Crowds are expected to flock to Dunedin Botanic Garden to catch a whiff of the infamously pungent “corpse flower”, which is due to bloom any day now.
It’s only the second time the rare flower has bloomed at the gardens since it was gifted in 2008, with its last flowering in 2018 drawing in thousands of people. The giant plant can grow up to three metres tall and produces one of the world’s largest flowers.
Winter Garden Plant Collection curator Stephen Bishop told 1 NEWS the smell of the amorphophallus titanum's flower, better known as the “corpse flower”, is comparable to that of rotten meat or rotten vegetables.
“People seem to react to it quite differently. Some people don't really notice much of a smell. Other people, not quite dry-retching, but they find it pretty nauseating,” he said.
The plant’s pervasive smell is designed to attract pollinators like dung beetles and flies. Its rich maroon colour also heats up to about body temperature.
“It’s really trying to mimic a corpse, basically, hence the common name the ‘corpse plant’.”
Bishop said, despite the odour, there was a lot of anticipation for it blooming. He estimated it would happen in about five to 10 days.
“The size of them is pretty spectacular. Also, the smell. Believe it or not people want to come and smell it even though it smells fairly disgusting.
“There’s been a lot of interest so far. So, I suspect there will certainly be good crowds again.”
Its rarity was also a drawcard, he said. Once it flowers, it only lasts 24 to 36 hours. It can take up to a decade for the plant to bloom for the first time, and from then on, it blooms only once every few years.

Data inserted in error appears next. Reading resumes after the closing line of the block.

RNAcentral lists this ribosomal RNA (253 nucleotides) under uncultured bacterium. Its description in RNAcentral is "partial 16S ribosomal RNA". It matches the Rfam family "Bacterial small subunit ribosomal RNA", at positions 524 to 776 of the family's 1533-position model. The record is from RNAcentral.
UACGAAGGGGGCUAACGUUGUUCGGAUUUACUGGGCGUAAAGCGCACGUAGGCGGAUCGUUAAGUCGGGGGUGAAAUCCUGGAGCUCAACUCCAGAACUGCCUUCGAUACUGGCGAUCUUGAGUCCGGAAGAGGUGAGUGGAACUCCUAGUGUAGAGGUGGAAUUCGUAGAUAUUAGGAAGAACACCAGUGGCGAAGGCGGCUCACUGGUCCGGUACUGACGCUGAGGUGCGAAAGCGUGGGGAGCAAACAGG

When it’s not flowering, for most of its life, the plant produces a single leaf, which can grow to the size of a small tree.
“It’s sort of got a bit of a mind of its own, really. We weren't sure if it was going to bloom or just put up a leaf this time around,” Bishop said.
“When the bud started to come out of the ground, it was pretty obvious it was going to be a flower.”
Bishop said after the plant bloomed, it would return to a dormant state and lose “quite a bit of weight”.
“Once it comes out of that dormant stage, it will put on a leaf. It’s a giant leaf. Everything’s giant about this plant.”
However, the species, native to western Sumatra in Indonesia, is vulnerable to habitat loss.
“There is quite a large conservation effort with a number of botanic gardens to try and re-introduce them into some of the lost habitat back in Sumatra,” Bishop said.